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  • sobaek

    I talked with my brother a couple of weeks ago about this, an we both exeriensed that if you tell people what you are going to do before you do it, you get the feeling that you already done it. A couple of weeks later i saw this tedtalk and got it confirmed.
    But I think that it is about how much and how detailed your reveal your goal. Example, if you say your are going to be a millionare, that will motivate you because people dont belive it and therefore you still got to prove you can. But if you reveal HOW your going to do it, and its a good stradegi, they will react positive and you will lose your drive and get sort of a bad feeling for teling you secret goal before it happen, cuz its still kind of a small reaction. But also becouse, now when you reach your goal, it wont be a suprise an therfore you wont get the same WOW reaction, as if they wearent expecting it of you.. 

    Sorry for my bad english, im from Denmark. Hope you get what I was trying to say :)

    • http://theordainedbarista.com/ Barry Hill

      Sobaek,

      Which TED talk were you watching? Link please. Thank you!

  • tom rose

    Who cares what anyone THINKS.  Opinions are powerful influences on our behaviour, but they are often wildly incorrect. Opinion is only valuable if it is backed up by well designed experiments, quality reasoning, and sufficient data to show that the conclusions are not a statistical anomaly.

  • Joseph Allen

    I see the value in keeping your goals to yourself. I’d like to see a study that takes into account peoples reactions to the announced goals. I have a personal goal that most people seem to actively advise against. As a result I do not get the sense of satisfaction mentioned in the video. Personally it drives me to work harder and make sure I do exactly what I set out to do and disregard what people say. But my experience is anecdotal. A study that splits the “announced” group into two sections (positive and negative reactions from the public) and recorded the progress on their goal would reveal more interesting information.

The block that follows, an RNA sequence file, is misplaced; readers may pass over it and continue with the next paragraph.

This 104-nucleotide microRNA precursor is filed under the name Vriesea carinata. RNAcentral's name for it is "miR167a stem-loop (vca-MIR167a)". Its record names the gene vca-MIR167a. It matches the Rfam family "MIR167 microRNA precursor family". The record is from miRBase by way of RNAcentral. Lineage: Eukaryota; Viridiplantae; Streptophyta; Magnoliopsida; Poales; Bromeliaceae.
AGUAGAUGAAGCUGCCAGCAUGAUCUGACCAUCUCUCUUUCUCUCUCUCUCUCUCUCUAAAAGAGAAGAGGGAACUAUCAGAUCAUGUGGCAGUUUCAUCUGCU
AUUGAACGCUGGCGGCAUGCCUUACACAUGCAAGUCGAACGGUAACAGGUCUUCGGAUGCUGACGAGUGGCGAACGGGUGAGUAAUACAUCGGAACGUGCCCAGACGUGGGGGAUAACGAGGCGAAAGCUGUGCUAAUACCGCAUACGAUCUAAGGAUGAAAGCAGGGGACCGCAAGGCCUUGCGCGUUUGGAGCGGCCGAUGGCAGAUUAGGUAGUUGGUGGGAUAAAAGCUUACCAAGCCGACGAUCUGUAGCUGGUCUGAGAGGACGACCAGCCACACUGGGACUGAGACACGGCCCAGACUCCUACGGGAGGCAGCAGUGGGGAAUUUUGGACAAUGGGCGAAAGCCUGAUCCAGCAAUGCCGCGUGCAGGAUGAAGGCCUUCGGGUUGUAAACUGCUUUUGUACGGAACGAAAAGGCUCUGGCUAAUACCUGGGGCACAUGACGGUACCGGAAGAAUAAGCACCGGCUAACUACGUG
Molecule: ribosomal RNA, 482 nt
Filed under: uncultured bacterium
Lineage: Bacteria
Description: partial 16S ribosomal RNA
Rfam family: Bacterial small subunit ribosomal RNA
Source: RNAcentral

• Ginger Ging

    Notice that the experiment does not record how many members of either group actually reached their goals, but only how long they each worked towards it on one occasion and how close they felt to achieving their goal at the end of that particular session. To me the conclusion of the test seems rushed and, well, inconclusive…

  • Jason Wright

    I’m not sure if anyone else has mentioned this, but the study seemed to be on very short term goals. I wonder if there is a study done on telling people about long term goals and how that effect achieving them. Also, I’m curious if the people who told their goal actually accomplished more towards their goal in the allotted timeframe than those who didn’t tell and felt like they had a long ways to go still. One more thought on the topic, is that they told someone their goal and immediately started working on it. If they waited for the initial satisfaction of telling someone to wear off, I believe the accountability piece then would kick in to accomplish their goal